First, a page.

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  • Ofev exacerbated my arrhythmia!

    Posted by Ehud Kaplan on April 18, 2023 at 4:24 pm

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    I was diagnosed with IPF in March 2018, and started taking Ofev a month later– 150 mg twice daily at first, and then (3 months later) lowered the dose to 100 mg twice daily. I have had arrhythmia before that (mostly PVCs), but it got MUCH worse while I was taking Ofev. Not realizing that it was caused by Ofev, I tried several anti-arrhythmia drugs, but none of then worked. The cardiologists advised cardiac ablation to stop the arrhythmia, but I hesitated.

    In September 2022 the pulmonologists determined that Ofev was no longer working (my DLCO went to 19%), and switched me over to Esbriet, the only other approved drug for IPF. Within two weeks of taking Esbriet instead of Ofev, my arrhythmia disappeared. It is now ~8 months that I have been taking Esbriet instead of Ofev, and my heart is regular like a clock– no PVC in sight.

    Conclusion– IPF patients who are taking Ofev should probably have a cardiac checkup, to see if Ofev is not doing to them what it did to me. I think that arrhythmia is NOT listed among the side-effects of Ofev.

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    Jofac O'Handlin replied 1 year ago 4 Members · 8 Replies
  • 8 Replies
  • Stephen B. Strum, MD

    April 21, 2023 at 9:49 am


    Drug-induced side effects are a major part of morbidity and mortality in the world.  Note the year of this publication; today this issue is far worse.
    Lazarou J1, Pomeranz BH, Corey PN. Incidence of adverse drug reactions in hospitalized patients: a meta-analysis of prospective studies. JAMA. To estimate the incidence of serious and fatal adverse drug reactions (ADR) in hospital patients from 4 electronic databases were searched from 1966 to 1996. Of 153, we selected 39 prospective studies from US hospitals. Data extracted independently by 2 investigators were analyzed to obtain the overall incidence of ADRs in hospitalized patients, we combined the incidence of ADRs occurring while in the hospital plus the incidence of ADRs causing admission to hospital. We excluded errors in drug administration, noncompliance, overdose, drug abuse, therapeutic failures, and possible ADRs. Serious ADRs were defined as those that required hospitalization, were permanently disabling, or resulted in death. ADRs was 6.7% and of fatal ADRs was 0.32% of hospitalized patients We estimated that in 1994 overall 2,216,000 hospitalized patients had serious ADRs and 106,000 had fatal ADRs, making these reactions between the fourth and sixth leading cause of death.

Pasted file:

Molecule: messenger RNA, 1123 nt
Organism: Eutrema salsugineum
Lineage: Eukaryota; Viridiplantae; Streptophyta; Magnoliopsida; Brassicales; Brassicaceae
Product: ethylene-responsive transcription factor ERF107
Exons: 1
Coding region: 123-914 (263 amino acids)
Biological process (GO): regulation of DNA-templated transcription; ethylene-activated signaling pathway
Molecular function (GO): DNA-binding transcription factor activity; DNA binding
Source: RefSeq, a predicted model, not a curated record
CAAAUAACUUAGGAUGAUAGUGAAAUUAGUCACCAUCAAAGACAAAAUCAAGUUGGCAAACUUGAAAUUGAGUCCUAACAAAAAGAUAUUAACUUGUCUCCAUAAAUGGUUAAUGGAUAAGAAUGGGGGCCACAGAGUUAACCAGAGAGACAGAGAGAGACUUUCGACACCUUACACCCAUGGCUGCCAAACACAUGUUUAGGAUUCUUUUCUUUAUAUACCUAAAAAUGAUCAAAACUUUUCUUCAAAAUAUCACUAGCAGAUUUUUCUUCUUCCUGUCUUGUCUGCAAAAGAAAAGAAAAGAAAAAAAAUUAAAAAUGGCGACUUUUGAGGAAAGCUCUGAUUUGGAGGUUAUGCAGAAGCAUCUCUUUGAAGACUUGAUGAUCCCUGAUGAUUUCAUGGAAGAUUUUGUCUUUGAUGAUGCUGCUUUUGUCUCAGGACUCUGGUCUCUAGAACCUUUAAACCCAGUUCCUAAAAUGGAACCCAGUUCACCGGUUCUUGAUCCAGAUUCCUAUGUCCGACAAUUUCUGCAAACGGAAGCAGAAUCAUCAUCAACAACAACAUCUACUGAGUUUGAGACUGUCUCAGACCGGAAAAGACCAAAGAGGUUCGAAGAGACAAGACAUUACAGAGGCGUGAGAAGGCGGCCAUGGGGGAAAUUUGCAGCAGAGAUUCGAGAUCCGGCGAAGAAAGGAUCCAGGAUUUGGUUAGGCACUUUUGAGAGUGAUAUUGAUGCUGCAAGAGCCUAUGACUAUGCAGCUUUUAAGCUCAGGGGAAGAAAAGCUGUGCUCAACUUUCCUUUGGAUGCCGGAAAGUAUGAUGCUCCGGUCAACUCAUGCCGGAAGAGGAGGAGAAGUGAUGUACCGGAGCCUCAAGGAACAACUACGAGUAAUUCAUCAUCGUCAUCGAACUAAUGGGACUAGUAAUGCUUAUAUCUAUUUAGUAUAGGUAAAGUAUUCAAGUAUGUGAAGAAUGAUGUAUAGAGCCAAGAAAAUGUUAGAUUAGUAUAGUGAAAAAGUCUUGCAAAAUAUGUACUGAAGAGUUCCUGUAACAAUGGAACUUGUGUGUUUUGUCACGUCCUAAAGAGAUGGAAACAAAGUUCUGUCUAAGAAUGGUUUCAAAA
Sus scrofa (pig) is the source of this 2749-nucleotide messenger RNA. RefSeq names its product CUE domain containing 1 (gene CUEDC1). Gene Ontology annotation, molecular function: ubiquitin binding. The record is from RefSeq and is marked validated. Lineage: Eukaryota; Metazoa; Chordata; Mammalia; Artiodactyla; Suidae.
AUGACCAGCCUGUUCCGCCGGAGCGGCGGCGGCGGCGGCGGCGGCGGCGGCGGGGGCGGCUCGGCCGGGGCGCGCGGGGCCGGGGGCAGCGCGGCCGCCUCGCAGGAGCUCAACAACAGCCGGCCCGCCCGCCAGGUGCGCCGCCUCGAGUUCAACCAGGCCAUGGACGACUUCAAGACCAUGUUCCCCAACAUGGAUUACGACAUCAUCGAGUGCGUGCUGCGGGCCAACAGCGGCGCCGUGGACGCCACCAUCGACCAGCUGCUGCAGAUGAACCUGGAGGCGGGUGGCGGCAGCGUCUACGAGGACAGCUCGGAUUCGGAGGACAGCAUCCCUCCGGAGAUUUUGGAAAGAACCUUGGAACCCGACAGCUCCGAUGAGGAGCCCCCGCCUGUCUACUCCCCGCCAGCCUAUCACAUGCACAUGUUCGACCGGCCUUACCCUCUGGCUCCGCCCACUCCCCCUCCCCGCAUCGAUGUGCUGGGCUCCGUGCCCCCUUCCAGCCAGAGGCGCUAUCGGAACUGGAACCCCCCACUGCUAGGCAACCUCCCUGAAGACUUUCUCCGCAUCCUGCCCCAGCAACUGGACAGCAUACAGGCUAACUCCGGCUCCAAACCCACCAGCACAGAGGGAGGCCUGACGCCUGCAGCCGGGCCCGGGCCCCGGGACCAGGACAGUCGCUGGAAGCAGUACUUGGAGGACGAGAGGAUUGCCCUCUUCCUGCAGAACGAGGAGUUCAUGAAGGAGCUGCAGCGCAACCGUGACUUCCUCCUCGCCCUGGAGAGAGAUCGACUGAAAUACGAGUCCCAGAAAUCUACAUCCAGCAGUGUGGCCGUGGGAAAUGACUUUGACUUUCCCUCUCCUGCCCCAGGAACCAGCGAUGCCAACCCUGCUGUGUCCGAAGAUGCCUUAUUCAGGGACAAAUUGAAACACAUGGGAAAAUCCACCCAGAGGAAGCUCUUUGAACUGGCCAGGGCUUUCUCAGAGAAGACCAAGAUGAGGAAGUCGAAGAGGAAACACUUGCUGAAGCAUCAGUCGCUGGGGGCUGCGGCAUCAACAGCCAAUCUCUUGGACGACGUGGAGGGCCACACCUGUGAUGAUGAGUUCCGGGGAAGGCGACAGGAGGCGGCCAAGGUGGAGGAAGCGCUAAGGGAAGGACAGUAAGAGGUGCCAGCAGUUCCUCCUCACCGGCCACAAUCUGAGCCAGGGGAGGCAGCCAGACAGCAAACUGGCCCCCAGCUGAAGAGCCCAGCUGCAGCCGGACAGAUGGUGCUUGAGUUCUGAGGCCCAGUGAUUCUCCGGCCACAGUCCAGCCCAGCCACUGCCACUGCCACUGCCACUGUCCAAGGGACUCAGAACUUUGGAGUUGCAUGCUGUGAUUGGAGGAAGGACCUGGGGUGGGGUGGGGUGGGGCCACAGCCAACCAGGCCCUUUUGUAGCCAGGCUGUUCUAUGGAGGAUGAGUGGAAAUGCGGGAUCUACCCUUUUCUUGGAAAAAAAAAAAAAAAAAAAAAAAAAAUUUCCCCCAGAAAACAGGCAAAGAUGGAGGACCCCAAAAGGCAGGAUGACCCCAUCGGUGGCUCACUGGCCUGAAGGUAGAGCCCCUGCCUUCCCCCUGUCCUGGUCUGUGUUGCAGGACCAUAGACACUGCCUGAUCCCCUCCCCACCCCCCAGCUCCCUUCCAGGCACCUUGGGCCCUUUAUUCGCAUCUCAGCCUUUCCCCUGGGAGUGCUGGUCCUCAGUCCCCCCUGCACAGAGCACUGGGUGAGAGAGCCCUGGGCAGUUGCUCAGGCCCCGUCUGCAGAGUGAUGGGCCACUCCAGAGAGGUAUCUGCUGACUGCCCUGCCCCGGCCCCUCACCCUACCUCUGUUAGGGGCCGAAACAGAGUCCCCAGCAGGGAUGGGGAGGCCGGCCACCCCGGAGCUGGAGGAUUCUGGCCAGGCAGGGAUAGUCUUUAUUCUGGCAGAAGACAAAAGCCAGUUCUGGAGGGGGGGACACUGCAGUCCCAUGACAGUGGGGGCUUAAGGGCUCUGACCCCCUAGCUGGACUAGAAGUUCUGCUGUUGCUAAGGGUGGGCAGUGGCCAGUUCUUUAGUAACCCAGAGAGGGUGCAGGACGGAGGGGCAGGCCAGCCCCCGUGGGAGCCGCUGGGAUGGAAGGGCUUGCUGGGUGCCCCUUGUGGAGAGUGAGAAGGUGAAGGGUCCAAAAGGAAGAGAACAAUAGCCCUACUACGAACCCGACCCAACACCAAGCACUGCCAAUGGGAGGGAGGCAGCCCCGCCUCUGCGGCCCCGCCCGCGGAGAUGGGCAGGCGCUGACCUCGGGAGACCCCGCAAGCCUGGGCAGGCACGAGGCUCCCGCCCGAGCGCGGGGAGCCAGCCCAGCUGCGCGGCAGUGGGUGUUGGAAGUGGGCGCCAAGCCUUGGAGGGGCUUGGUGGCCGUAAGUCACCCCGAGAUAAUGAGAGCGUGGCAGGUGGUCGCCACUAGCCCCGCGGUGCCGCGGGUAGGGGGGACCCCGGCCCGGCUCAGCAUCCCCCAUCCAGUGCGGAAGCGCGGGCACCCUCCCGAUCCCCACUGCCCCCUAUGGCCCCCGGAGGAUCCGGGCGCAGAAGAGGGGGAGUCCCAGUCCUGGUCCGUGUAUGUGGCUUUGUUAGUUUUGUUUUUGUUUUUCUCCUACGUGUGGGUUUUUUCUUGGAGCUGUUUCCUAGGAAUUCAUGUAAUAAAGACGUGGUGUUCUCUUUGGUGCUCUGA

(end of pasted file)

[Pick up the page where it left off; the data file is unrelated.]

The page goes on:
Ehud, there is a website called CredibleMeds.org which is wonderful in that it aims to find drugs that affect cardiac rhythm by prolonging what is called the QT interval.  Prolongation of QT can lead to a fatal arrhythmia called torsades de pointes (TdP).  nintedanib (Ofev®) is a new drug and there were no reports on CredibleMeds about Ofev.  If your EKG showed a long QT interval (greater than 220 milliseconds) while you were on Olev, than reporting this would be a major contribution to the welfare of others.

  • Ehud Kaplan

    April 23, 2023 at 2:50 pm

    Thanks for the information– I shall follow up on it, also probably with Boeringer.  My arrhythmia was, mostly, PVCs– started as occasional PVCs, and increased to 23%.  Then I had a fairly sustained ventricular tachycardia, and the concerned cardiologists in Prague wanted to ablate part of my heart to rein in the PVCs.  However, while I was waiting for my turn to be ablated (it took 2 months to be scheduled), the pulmonologists determined that Ofev was not helping my lungs, and switched me over to Esbriet.  Within two weeks the PVCs were gone, and have not returned in 8 months, so no ablation for me.  Because of a horrible sun-induced rash I had to stop Esbriet now for 3 weeks, and the PVCs have not returned, so the finger pointing at Ofev is, at least in my case, rather solid.